Acadia Pharmaceuticals Stock Outlook
The central nervous system controls most of the body’s functions. It transmits signals between the brain and the internal organs. When these signals go wrong due to disease, all kinds of symptoms will develop. Acadia Pharmaceuticals (Nasdaq: ACAD) develops small molecule drugs for treatment of CNS disorders. The performance of Acadia Pharmaceuticals stock strongly relates to the results of numerous clinical trials of its drugs currently underway. Most of these trials are in the early stages.
Acadia Pharmaceuticals History
In 1993, Acadia Pharmaceuticals stock was founded under the name Receptor Technologies by Dr. Mark Brann, a professor at the University of Vermont. Just four years later, the company name changed to Arcadia Pharmaceuticals Inc. and moved its headquarters to San Diego, California. In 2004, Arcadia Pharmaceuticals completed its initial public offering. It trades on the Nasdaq under the symbol ACAD.
In 2020, Acadia Pharmaceuticals acquired CerSci Therapeutics. CerSci Therapeutics is a clinical-stage biotech company with global rights to various new compounds for the treatment of neurological conditions. Significantly, this includes non-opioid therapies for the treatment of acute and chronic pain. This acquisition enhances the company’s clinical pipeline to include non-opioid pain therapies. Because of the profound need to discover therapeutic pain medication that does not lead to addiction, this could eventually develop into a new generation of drugs that treat pain without the substantial risks of opioids.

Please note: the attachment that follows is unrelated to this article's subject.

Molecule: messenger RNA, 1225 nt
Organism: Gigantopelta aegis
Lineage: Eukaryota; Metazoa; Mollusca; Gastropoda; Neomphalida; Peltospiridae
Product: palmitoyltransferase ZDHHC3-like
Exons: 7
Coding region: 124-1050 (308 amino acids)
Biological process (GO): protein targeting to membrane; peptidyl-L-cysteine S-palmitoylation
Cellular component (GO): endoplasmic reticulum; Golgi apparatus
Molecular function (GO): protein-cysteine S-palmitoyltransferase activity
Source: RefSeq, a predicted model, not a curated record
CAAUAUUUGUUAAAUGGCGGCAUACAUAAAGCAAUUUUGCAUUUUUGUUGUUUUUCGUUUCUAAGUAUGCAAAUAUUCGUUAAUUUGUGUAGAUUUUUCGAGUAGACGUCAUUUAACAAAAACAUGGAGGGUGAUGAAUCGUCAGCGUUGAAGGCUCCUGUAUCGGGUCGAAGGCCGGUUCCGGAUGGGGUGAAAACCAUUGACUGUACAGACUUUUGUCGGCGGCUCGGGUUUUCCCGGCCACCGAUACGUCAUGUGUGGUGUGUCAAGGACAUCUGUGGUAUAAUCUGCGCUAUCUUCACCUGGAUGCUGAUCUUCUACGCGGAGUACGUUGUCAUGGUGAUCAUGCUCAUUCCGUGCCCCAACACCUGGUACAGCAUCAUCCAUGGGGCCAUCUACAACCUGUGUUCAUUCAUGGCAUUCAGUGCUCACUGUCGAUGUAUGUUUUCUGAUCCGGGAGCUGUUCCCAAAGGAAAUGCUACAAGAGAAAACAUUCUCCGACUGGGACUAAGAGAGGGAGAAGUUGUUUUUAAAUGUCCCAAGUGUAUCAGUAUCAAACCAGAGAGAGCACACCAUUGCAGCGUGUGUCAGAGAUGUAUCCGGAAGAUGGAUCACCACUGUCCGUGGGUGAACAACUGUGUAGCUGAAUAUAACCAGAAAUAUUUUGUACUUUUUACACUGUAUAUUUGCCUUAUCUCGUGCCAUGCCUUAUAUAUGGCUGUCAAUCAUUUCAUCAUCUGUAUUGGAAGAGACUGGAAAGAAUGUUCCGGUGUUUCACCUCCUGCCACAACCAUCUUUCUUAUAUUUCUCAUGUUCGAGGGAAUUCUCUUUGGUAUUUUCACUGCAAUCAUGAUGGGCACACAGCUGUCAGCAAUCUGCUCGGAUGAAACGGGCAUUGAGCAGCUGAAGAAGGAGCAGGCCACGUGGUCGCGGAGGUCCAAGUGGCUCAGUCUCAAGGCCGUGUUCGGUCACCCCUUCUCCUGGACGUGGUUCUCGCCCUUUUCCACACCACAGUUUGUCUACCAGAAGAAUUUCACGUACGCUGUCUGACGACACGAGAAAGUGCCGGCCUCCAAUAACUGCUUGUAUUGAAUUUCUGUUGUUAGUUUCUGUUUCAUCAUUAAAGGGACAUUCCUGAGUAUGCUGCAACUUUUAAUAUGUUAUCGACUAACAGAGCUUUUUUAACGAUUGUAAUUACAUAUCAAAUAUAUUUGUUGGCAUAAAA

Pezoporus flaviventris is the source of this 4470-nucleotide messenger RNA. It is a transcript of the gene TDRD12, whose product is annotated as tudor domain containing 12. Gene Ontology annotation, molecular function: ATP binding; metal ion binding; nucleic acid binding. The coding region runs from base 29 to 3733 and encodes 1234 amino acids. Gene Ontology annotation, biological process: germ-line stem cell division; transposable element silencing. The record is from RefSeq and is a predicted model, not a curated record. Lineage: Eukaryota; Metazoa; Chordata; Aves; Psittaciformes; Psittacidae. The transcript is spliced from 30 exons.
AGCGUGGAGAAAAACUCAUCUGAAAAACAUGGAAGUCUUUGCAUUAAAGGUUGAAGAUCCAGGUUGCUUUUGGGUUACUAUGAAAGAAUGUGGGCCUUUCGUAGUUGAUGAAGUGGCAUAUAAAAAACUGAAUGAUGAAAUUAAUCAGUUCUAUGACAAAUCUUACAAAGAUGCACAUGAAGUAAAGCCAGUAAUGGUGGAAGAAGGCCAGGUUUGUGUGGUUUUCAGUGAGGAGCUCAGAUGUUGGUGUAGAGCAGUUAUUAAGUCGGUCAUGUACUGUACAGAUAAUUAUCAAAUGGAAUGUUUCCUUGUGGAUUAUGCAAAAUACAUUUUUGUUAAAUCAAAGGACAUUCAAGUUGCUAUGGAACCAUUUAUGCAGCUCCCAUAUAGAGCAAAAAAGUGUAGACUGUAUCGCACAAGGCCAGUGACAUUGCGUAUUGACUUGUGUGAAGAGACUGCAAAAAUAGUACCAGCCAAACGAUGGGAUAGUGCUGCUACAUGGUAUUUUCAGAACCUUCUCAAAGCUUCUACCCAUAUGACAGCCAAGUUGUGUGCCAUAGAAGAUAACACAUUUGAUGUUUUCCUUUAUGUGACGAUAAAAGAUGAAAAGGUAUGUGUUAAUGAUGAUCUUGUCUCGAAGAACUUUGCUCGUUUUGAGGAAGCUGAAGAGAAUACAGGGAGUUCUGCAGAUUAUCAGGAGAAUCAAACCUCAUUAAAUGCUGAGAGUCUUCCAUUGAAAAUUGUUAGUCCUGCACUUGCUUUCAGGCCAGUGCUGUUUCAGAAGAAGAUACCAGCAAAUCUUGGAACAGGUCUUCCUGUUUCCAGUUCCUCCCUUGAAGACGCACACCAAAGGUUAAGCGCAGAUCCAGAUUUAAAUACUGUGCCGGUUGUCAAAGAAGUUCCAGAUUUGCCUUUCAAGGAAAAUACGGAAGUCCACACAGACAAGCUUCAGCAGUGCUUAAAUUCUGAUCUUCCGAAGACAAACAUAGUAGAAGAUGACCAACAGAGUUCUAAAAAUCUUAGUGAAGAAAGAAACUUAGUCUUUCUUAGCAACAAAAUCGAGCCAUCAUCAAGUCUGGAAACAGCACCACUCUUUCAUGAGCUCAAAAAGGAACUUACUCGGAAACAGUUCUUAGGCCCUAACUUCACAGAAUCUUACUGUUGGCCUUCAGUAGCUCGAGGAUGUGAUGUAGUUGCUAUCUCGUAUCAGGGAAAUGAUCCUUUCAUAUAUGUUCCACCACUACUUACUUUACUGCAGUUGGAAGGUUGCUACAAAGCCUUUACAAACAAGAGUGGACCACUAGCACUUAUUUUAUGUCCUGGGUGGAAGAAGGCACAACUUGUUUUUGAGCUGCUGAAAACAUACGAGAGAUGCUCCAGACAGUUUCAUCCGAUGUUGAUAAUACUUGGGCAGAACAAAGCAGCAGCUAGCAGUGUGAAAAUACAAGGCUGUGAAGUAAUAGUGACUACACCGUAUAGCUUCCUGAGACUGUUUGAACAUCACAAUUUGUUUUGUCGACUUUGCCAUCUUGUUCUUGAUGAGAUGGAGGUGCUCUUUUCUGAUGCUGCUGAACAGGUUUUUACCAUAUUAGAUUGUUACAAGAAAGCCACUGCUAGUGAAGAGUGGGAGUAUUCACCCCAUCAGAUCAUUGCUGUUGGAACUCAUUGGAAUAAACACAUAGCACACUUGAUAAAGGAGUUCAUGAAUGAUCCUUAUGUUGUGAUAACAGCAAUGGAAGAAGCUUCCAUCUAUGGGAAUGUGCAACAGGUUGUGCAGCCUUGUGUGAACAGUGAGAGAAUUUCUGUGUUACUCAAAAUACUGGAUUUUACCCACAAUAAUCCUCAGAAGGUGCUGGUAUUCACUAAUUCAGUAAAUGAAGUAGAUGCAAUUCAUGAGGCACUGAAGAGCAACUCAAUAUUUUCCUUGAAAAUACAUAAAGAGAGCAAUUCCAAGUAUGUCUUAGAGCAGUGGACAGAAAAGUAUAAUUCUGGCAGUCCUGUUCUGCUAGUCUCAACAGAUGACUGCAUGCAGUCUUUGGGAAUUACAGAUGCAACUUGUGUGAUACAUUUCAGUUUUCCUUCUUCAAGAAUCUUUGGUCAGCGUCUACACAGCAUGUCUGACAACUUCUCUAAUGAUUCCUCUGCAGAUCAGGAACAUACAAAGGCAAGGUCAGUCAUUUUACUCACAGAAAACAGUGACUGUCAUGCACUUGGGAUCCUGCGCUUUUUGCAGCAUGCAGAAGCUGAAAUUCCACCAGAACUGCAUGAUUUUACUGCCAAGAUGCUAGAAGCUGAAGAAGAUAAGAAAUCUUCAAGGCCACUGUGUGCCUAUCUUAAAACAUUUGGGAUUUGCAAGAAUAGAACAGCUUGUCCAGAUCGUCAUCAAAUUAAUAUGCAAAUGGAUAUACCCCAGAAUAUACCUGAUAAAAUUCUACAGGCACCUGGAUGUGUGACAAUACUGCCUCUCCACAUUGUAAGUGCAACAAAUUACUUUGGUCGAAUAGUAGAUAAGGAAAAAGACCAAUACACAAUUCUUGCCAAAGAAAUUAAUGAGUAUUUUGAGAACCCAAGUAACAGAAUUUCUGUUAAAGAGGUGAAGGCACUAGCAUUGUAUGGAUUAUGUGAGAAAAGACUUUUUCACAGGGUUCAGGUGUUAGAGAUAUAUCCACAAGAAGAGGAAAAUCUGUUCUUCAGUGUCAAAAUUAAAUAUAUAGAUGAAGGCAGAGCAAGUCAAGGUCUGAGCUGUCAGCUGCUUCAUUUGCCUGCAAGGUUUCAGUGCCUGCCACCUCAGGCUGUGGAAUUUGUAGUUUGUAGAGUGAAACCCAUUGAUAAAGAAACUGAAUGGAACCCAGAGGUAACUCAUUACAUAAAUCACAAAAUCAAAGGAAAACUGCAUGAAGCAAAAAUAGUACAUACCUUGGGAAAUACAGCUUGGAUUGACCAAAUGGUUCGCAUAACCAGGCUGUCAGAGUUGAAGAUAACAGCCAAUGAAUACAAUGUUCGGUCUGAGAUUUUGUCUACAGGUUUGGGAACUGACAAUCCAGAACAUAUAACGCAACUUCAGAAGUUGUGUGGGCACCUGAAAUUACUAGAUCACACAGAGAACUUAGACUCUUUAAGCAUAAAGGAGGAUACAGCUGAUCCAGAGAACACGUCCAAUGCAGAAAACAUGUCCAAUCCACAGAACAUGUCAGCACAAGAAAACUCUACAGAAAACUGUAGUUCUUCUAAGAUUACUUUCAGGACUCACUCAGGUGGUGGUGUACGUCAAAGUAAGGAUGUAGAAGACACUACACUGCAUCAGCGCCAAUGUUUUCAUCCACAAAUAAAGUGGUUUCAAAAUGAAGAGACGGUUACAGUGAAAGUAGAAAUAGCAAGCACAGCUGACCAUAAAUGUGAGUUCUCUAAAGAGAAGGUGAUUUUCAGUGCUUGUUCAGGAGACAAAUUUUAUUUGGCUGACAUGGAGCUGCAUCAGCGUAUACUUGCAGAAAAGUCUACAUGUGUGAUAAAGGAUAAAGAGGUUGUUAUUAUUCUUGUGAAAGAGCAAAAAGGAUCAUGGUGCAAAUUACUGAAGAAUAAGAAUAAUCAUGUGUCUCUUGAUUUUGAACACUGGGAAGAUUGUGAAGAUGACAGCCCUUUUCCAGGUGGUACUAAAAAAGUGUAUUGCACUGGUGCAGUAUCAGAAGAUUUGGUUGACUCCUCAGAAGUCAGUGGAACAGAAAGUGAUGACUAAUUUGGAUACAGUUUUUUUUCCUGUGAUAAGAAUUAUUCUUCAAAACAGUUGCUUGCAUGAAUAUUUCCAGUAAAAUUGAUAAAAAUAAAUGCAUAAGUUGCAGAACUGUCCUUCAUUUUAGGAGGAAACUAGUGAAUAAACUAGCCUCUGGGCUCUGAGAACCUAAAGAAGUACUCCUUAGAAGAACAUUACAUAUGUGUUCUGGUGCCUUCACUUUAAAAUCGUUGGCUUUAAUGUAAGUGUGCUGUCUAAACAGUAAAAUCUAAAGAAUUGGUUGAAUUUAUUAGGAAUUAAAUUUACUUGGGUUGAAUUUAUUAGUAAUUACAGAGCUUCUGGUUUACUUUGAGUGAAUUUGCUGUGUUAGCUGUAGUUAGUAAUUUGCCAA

Acadia Pharmaceuticals Stock and Nuplazid®
In 2016, the FDA approved Nuplazid® for the treatment of delusions and hallucinations associated with Parkinson’s disease psychosis. The development of delusions and psychosis in patients with Parkinson’s is not uncommon. In 2018, the FDA conducted a thorough evaluation of the drug, reaffirming Nuplazid®’s benefits. Approval for this drug is only for patients with delusions or hallucinations who do not have Parkinson’s disease. As a selective serotonin inverse agonist, Nuplazid specifically blocks serotonin 5-HT2A receptor activity. Previous research links 5-HT2A receptor activity to psychosis and depression, as well as additional neuropsychiatric disorders.
However, in April 2021, the FDA rejected Acadia Pharmaceutical’s request that Nuplazid® become the first drug approved for patients with dementia suffering from delusions or hallucinations. Just nine months earlier, the FDA had agreed to review Acadia Pharmaceutical’s supplemental New Drug Application. In March 2021, the FDA announced deficiencies requiring resolution before discussion on labeling and post-marketing requirements and commitments could take place. The rejection the following month caused Acadia Pharmaceuticals stock to drop 20.8% upon the announcement.
In the Pipeline